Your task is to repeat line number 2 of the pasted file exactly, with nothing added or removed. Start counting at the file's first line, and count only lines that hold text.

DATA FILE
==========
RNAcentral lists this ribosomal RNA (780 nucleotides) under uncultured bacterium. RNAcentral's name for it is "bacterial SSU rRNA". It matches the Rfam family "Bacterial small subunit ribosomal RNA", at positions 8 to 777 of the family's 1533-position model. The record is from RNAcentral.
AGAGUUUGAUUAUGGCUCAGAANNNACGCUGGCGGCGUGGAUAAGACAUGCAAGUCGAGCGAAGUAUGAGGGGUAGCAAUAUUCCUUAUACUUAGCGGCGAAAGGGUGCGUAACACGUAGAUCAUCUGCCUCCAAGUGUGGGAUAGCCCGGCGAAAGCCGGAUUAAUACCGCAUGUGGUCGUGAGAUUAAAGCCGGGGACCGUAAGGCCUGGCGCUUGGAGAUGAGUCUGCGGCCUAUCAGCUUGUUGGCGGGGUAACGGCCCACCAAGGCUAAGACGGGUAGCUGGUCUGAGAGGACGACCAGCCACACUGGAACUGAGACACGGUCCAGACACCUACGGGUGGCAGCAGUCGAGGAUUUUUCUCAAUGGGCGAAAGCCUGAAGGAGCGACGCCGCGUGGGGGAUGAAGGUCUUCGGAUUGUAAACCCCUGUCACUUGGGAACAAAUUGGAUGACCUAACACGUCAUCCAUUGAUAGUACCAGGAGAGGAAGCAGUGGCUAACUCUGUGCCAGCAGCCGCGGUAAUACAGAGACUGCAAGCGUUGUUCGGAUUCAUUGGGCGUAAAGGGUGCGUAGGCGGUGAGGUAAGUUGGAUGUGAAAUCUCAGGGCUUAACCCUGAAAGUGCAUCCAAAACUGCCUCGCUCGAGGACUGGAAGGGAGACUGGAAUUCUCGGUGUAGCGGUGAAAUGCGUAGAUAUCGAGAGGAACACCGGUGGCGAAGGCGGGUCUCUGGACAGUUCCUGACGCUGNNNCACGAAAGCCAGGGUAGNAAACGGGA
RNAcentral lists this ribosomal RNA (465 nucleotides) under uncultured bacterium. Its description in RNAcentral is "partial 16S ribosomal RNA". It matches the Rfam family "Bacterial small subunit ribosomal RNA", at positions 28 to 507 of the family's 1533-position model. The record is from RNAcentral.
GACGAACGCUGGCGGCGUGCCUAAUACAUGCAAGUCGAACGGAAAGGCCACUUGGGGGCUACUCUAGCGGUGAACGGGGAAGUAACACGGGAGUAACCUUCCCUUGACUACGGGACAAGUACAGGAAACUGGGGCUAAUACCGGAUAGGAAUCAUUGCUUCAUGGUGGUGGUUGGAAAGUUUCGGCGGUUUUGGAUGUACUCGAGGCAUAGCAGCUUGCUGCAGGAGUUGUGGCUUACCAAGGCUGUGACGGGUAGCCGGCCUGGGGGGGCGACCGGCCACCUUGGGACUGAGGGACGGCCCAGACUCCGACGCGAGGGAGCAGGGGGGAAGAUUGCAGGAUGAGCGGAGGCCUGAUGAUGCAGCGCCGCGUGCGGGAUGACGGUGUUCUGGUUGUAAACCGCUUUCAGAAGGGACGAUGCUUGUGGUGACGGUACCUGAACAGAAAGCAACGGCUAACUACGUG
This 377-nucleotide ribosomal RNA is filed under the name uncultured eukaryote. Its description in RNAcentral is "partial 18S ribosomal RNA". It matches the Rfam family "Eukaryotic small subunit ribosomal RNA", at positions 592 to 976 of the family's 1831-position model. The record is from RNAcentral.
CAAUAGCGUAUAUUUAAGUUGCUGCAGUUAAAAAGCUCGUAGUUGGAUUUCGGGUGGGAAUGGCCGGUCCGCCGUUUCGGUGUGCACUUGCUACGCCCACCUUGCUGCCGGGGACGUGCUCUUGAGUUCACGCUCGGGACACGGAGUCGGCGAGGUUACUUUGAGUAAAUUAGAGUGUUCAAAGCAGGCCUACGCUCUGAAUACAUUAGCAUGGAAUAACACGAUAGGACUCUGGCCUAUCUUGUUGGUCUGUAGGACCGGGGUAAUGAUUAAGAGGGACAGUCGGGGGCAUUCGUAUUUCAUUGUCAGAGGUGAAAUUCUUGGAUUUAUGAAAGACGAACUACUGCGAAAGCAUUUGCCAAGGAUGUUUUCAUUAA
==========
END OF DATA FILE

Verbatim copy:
AGAGUUUGAUUAUGGCUCAGAANNNACGCUGGCGGCGUGGAUAAGACAUGCAAGUCGAGCGAAGUAUGAGGGGUAGCAAUAUUCCUUAUACUUAGCGGCGAAAGGGUGCGUAACACGUAGAUCAUCUGCCUCCAAGUGUGGGAUAGCCCGGCGAAAGCCGGAUUAAUACCGCAUGUGGUCGUGAGAUUAAAGCCGGGGACCGUAAGGCCUGGCGCUUGGAGAUGAGUCUGCGGCCUAUCAGCUUGUUGGCGGGGUAACGGCCCACCAAGGCUAAGACGGGUAGCUGGUCUGAGAGGACGACCAGCCACACUGGAACUGAGACACGGUCCAGACACCUACGGGUGGCAGCAGUCGAGGAUUUUUCUCAAUGGGCGAAAGCCUGAAGGAGCGACGCCGCGUGGGGGAUGAAGGUCUUCGGAUUGUAAACCCCUGUCACUUGGGAACAAAUUGGAUGACCUAACACGUCAUCCAUUGAUAGUACCAGGAGAGGAAGCAGUGGCUAACUCUGUGCCAGCAGCCGCGGUAAUACAGAGACUGCAAGCGUUGUUCGGAUUCAUUGGGCGUAAAGGGUGCGUAGGCGGUGAGGUAAGUUGGAUGUGAAAUCUCAGGGCUUAACCCUGAAAGUGCAUCCAAAACUGCCUCGCUCGAGGACUGGAAGGGAGACUGGAAUUCUCGGUGUAGCGGUGAAAUGCGUAGAUAUCGAGAGGAACACCGGUGGCGAAGGCGGGUCUCUGGACAGUUCCUGACGCUGNNNCACGAAAGCCAGGGUAGNAAACGGGA